Patrick: Cool. How about this? So I don't know how to phrase this one. So I'm going to say player avatar miniatures. What I mean by that basically games that aren't miniature games, but where the players have… How about this?
Aaron: Like more hair clips?
Patrick: Games where you could have just a simple meeple to represent you. Maybe different colored maples, but instead they have a miniature to represent them. Is that overrated or underrated?
Aaron: Whew. Man, that's a really difficult one because… Oh, man. I'm all for the abstract, but I think allowing people to embody a character is also a fun way to imagine yourself. One of my favorite games is Betrayal at House on the Hill and that game could be represented with just abstract little wood tokens. But you get these like nice fun characters that have a little backstory to them. And it kind of makes you want to play a certain way. I think honestly, I guess I'm just an underrated guy all over. I think they're underrated because sort of role playing as another character outside of yourself also frees up a lot of expression for people. Maybe it's easier for them to loose because it's not themselves? Yeah, I would say also underrated.
Patrick: Awesome. I'm just going to go something that's coming up a couple of weeks or our episode will launch, 4th of July overrated or underrated.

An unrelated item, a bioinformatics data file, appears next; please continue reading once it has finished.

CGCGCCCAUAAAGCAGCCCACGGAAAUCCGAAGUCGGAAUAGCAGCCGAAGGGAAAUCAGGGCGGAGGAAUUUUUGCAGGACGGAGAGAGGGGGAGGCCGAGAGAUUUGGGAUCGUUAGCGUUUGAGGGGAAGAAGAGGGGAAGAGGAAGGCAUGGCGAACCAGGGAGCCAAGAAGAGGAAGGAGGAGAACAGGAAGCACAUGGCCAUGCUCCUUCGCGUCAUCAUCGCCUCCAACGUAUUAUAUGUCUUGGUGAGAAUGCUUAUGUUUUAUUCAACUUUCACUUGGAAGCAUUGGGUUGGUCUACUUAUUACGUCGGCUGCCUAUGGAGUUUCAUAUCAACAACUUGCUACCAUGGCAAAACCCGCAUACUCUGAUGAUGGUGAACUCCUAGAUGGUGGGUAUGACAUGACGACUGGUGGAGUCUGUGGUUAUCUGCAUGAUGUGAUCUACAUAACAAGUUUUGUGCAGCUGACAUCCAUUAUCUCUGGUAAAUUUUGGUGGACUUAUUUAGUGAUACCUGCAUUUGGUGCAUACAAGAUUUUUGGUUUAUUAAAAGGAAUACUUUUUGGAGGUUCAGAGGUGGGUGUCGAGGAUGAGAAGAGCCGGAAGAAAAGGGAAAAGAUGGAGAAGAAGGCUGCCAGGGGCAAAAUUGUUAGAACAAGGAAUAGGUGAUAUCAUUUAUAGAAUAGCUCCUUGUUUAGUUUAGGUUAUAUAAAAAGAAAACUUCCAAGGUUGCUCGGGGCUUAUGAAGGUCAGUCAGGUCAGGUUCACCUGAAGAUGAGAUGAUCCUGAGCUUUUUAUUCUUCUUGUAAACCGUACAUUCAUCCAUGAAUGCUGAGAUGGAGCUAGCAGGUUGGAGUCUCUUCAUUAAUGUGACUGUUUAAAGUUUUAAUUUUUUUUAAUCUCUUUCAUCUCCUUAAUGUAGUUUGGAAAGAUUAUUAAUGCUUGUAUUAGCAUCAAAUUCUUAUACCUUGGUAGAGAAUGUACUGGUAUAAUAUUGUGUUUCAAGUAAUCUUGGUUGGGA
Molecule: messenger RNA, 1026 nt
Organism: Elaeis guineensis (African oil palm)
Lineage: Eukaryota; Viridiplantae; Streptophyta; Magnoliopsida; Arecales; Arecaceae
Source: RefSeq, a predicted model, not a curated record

Aaron: Whew, man, 4th of July has always been a special place in my heart. It's hot dogs and hamburgers. There's not much better than that. I don't think the hype around 4th of July is overrated. I think it's one of the best parties you can ever have. So, yeah, I love the 4th of July. Definitely sign me up.
Patrick: Underrated. All right, cool. Aaron, thank you so much for being on the show.
Aaron: Patrick, thank you for having me, man. This is so much fun.
Patrick: Where can people find you and your game online, Alone in the Woods?
Aaron: Alone in the Woods has a Twitter page, the handle is @AloneintheVVood without the S and what is spelled with two V's because apparently somebody else took the regular w for their handles. So, yeah, @AloneintheVVood on Twitter.
Patrick: Awesome. Listeners if you like this podcast, please leave us a review on iTunes or wherever you hear this. If you leave a review Aaron will not leave you alone in the woods the next time you go walking. So for not getting murdered in the woods, pretty good deal.
Patrick: As I've mentioned many times before I'm sharing all sorts of progress behind the scene stuff, as well as the things I'm learning like publisher contracts and what I like and dislike about certain publisher contracts on my Patreon page. So if you want to follow those developments and see behind the scenes and see some publisher contracts I've seen you can join up. You can visit the site the indieboardgamedesigners.com. You can follow me on Twitter and BoardGameGeek, I am @BFTrick on both platforms, [inaudible 00:39:55] Until next time everyone.